The Importance of Being Earnest, Little Theatre, Dover Street
September 9th –Saturday 14th
Review by Lynette Watson
The Importance of Being Earnest was arguably Oscar Wilde’s most popular play and sadly his last having been performed in 1895 just a few years before his death. It is a satirical comedy ridiculing the hypocrisy of Victorian society, a zany mix of mistaken identities, melodramatic characters and a chaotic convoluted plot relying on Wilde’s witty finely written language for laughs brimful of his most suitable epigrams and is less about class, love and deception and more his declarations on life. The play opens the new season at The Little Theatre and centres around two upper crust society gents, Algernon Moncrieff and John Worthing, both with alter egos in love with two girls and having to suffer the lengthy interrogation of the haughty Lady Bracknell questioning their suitability as prospective husbands. Whilst remaining true to the traditional style of performance, there were moments when the play could have veered into the realms of farcical melodrama but experienced director John Bale just managed to take the action to the wire without actually tripping over it! His strong cast did him proud, Keiran Whelan-Newby and Joseph Dickinson as Algernon and John respectively equally matched each other in the verbal sparring duologues inventing some ridiculous lies about their alter egos as the imaginary character Earnest. Both Katherine Ardley and Katie Proctor provided the love interests of both men as Gwendolen Fairfax and Cecily Cardew bouncing off each other with the Katherine’s highly clipped voice soaring up and down the vocal scale in wild abandon in contrast to the more cheeky but subtle delivery of Katie, a delightful pairing. Taking on the role of snobbish Lady Bracknell, Jo Jones was both commanding and intimidating perceptively playing down the iconic lines which made her character more believable and surprisingly it worked.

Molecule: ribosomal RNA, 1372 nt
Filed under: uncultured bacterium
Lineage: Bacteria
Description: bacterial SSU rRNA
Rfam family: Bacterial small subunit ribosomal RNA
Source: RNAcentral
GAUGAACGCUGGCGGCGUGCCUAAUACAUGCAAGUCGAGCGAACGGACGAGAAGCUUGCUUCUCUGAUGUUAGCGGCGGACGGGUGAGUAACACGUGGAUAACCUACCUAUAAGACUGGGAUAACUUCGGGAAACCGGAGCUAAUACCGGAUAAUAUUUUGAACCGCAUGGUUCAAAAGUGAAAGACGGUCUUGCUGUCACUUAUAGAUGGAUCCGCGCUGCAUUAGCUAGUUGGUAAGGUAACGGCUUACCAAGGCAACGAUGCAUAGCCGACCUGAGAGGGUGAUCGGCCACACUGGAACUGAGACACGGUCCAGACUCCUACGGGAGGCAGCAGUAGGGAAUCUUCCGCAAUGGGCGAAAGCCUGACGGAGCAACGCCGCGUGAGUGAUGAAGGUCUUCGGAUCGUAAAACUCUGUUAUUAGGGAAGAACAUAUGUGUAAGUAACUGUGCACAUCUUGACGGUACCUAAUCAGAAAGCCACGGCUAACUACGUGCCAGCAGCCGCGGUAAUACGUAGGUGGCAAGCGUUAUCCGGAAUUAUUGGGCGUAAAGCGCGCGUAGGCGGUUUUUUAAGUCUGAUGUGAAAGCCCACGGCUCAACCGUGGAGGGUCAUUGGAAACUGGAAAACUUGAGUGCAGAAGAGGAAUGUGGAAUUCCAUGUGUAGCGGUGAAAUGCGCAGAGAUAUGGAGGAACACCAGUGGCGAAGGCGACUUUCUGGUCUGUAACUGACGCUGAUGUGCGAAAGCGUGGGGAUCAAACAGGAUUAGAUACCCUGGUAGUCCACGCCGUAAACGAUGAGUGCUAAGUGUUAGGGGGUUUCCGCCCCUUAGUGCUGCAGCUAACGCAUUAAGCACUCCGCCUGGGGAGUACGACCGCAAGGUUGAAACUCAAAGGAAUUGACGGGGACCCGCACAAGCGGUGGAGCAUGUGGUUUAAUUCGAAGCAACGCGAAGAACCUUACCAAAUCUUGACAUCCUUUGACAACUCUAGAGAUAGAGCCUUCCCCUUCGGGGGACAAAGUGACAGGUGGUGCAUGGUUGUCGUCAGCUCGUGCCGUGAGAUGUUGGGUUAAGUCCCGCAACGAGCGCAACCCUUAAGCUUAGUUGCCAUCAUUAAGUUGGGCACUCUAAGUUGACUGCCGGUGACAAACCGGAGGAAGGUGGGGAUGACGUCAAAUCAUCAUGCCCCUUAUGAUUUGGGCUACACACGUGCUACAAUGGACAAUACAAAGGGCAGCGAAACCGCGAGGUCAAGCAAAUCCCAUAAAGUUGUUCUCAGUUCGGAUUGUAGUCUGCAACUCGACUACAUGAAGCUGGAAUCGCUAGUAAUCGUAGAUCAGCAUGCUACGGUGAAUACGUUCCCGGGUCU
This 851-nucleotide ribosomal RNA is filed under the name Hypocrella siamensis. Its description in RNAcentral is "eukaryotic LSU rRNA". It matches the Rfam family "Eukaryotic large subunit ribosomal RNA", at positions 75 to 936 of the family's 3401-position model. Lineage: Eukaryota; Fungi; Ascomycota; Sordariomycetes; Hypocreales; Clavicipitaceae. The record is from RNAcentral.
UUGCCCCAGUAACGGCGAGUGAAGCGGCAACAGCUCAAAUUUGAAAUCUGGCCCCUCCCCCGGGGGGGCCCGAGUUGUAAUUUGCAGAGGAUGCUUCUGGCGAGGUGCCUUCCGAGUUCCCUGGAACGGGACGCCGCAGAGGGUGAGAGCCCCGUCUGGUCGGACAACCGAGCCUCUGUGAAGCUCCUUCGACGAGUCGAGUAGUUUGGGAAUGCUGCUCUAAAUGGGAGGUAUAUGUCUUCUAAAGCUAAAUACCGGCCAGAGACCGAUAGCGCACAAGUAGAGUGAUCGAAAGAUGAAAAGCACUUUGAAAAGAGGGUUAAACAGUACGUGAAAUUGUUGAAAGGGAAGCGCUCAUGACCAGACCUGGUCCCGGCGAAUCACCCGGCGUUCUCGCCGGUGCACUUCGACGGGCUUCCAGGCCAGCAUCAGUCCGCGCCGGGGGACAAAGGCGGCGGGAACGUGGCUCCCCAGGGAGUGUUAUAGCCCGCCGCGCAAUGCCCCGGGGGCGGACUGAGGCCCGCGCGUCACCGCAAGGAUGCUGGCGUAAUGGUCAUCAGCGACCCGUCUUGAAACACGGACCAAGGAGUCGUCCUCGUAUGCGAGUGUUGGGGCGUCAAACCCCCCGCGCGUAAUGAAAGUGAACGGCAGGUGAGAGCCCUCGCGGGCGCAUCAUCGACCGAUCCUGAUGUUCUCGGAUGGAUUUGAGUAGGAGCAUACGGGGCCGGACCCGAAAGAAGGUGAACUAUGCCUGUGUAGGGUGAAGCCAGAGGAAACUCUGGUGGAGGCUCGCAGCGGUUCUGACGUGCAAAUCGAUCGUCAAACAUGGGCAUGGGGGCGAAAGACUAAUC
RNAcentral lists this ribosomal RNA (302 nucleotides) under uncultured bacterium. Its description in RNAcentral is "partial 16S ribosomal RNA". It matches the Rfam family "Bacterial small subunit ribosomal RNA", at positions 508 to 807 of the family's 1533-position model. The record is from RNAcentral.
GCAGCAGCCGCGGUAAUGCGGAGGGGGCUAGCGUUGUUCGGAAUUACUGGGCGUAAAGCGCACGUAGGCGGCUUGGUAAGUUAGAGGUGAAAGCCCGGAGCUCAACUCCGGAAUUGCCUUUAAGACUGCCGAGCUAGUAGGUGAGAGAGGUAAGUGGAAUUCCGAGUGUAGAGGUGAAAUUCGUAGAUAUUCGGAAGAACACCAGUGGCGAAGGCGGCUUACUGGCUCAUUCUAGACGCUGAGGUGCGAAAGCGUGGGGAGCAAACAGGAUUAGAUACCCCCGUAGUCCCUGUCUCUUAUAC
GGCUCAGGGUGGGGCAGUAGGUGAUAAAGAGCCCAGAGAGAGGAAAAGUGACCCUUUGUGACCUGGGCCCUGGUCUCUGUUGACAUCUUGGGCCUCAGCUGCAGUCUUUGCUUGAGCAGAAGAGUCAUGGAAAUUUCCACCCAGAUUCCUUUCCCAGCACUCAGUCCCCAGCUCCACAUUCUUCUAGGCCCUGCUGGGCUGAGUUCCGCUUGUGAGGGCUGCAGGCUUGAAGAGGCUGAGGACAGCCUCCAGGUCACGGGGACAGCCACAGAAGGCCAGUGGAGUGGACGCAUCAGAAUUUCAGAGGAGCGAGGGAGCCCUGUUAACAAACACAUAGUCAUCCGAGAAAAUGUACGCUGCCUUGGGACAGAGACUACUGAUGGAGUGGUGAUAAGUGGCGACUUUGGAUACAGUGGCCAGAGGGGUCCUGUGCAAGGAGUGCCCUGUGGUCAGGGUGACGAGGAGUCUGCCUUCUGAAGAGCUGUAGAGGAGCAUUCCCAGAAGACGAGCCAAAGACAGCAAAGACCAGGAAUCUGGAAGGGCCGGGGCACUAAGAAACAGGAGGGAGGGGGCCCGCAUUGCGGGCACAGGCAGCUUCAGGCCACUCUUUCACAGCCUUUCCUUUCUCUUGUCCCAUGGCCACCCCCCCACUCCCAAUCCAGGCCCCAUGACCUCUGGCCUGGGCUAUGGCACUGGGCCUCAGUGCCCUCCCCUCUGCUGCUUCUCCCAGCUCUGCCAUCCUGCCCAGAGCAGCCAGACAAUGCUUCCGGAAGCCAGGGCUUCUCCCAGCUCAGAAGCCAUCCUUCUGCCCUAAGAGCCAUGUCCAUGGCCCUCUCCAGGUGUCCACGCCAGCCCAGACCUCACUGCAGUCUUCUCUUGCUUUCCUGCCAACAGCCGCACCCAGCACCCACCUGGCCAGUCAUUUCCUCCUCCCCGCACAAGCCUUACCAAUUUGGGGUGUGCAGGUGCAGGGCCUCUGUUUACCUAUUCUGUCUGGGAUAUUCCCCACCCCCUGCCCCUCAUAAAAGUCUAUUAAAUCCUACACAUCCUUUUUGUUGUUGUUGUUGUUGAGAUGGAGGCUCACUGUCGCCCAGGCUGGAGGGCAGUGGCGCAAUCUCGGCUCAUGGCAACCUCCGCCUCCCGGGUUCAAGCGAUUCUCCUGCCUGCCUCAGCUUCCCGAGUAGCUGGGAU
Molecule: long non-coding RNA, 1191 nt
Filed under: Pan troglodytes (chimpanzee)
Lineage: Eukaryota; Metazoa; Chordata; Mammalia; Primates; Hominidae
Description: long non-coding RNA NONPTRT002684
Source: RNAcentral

Some light relief was injected into this extremely ‘wordy’ play by Jane Towers as Miss Prism, Cecily’s hip flask swigging governess breathlessly flirting with the vicar Rev Canon Chasuble played in caricature style by Charles Moss, a great comedic double act.
Alec Davis’ simple but effective set together with, as always, John Bale’s stunning costume design and the unexpected twist at the end of the play ensured the production was a certain audience pleaser. The message Wilde quoted after completing the play is as relevant today as it was then and I quote ‘The truth is rarely pure and never simple’ wise words indeed.